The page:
As the athlete becomes successful with the movement, we can load it in a number of ways, from a goblet hold with a kettlebell to a safety bar to a barbell. As long as they maintain good positioning and movement pattern, we can really challenge our athletes here.
If you want your athletes to keep progressing in the weight room, then you have to ensure they master the basics before attempting more complex movements. Give them the framework of proper position and movement patterns in more foundational exercises, and you can see a huge carry over. By establishing a strong foundation through positioning and proper progression, we set our athletes up for success not only in the weight room but on the field. Take time perfecting the basics, and the benefits will be huge for your athletes.
About the Author
Brian is a strength coach based out of Advanced Therapy and Performance in Stamford, CT. He trains athletes from the high school to professional level, drawing upon his experiences in athletic performance and rehabilitation. He has worked extensively with collegiate athletics at his alma mater, the University of Connecticut, where he earned his B.S. in Exercise Science. After graduation, he worked with UConn Football Strength and Conditioning, as well as with a number of the school’s D1 athletic programs, including Men’s Soccer and Men’s Track and Field, as an undergrad. Brian holds his CSCS through the NSCA. You can find Brian on Instagram or at advancedtherapyperformance.com
My right hand man Brian Donofrio did an outstanding presentation on the 40-yard dash for football players. After re-watching this webinar, I realized that he nails down so many points that we attack baseball players with it would be a disservice to not share it with you. This should be mandatory viewing for anyone wishing to play college or pro baseball.
If you have further questions please comment below in the comments sections and Brian or I will follow-up.
Josh’s notes on training the 40 or 60-yard dash:
- In training, we are most concerned with acceleration, not top speed. Teaching someone how to properly accelerate can drop their time .2 in a matter of one session.
- Muscle mass, broad jump, and reverse lunges are great indicators of acceleration potential.
- Stop wasting time running more than 100 yards. Get stronger and everything else works itself out.
- The fastest athletes/best movers I’ve every worked with have amazing abilities to bear crawl.
Anterior (front) shoulder pain is one of the most common complaints we get from all overhead athletes especially baseball players. This pain is often palpable at the origin of the bicep tendon. Although every case can have countless pathologies (such as labral tears, impingement, poor movement mechanics) causing the pain at the bicep tendon region, about 90% of the time we find that this pain is referred pain.
Referred pain is pain felt in a part of the body other than its actual source. Through my studies of Chinese Medicine, I can validate that many times the science and theory behind referred pain make little sense. Fortunately, pain that would be considered “bicipital tendonitis” is often very clear cut referred from the rotator cuff— most specifically the infraspinatus. The “X”s in the image below shows how the infraspinatus connects to the humerus (arm bone). Altered length, strength, movement mechanics, tissue quality or timing of the infraspinatus will throw off the mechanics of overhead movements.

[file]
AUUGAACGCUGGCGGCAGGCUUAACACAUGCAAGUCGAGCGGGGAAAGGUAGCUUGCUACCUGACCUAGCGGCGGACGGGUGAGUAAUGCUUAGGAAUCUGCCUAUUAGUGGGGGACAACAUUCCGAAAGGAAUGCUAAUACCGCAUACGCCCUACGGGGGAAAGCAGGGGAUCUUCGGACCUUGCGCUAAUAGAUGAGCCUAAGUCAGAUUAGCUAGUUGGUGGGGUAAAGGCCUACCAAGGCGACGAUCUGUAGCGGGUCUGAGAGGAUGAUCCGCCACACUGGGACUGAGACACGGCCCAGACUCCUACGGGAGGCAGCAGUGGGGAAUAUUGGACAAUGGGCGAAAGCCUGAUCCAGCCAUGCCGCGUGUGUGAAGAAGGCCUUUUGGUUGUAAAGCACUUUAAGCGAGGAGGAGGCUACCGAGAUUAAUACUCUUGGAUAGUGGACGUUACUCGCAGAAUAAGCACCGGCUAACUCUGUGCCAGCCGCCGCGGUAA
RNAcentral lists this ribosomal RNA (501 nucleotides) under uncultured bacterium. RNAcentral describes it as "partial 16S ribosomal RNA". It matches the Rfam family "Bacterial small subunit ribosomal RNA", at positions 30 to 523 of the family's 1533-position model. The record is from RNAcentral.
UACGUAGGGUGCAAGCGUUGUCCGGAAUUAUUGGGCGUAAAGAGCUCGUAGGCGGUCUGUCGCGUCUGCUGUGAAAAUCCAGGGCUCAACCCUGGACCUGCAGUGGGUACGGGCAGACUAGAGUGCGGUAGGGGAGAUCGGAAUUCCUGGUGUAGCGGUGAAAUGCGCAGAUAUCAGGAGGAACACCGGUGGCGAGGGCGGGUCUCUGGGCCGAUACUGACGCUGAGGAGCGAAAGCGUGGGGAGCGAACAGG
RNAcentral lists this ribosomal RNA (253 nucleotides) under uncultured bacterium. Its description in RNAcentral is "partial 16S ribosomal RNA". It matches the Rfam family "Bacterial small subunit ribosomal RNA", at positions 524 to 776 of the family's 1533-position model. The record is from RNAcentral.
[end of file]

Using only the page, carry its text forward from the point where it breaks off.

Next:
To determine if this a true referred pain issue, we find the painful motion (usually reaching overhead) and have the athlete give us a number 1-10 (10 being terrible pain). After establishing a baseline for pain, we find tender points in the infraspinatus, apply firm pressure and retest the motion. This is uncomfortable for the athlete in the spot being pressed but often brings a 6-8/10 pain down to a 0-1. If that is the case, we have found the problem.
Fixing the soft tissue quality is usually done by aggressive treatment. This can be active release, cupping, Graston’s, or Gua Sha. Cupping has been the tool that gets the quickest and longest lasting results (see below). I believe this is the case because almost all therapeutic techniques are compressive in nature. Cupping offer a decompressive component often causing discoloration. Most athletes walk away pain-free in 1-2 treatments even if they have been suffering symptoms for years.
Soft tissue treatments often don’t need to be aggressive, but sometimes they do. Here is an example of an aggressive treatment. Repost @bartsmarkucki: Rehabbing the back today with @drheenan ! Been training hard getting ready for #arnoldclassic2016 this Saturday for past couple months. My first meet back since surgery in August. Excited to see what happens feeling strong and ready! #cupping #therapy #rehab #back #muscles #buildabear #on #my #ass #olympiclifter #weightlifter #gym #postworkout #massage #muscles #olympicweightlifting #crossfit #rejuvination #arnoldclassic2016 #usaweightlifting #fitlife #fitness #healing #bodybuilding #shoulders #arnolds #booty #picoftheday
If you do not have access to a manual therapist, a lacrosse ball jammed into the infraspinatus often does the trick.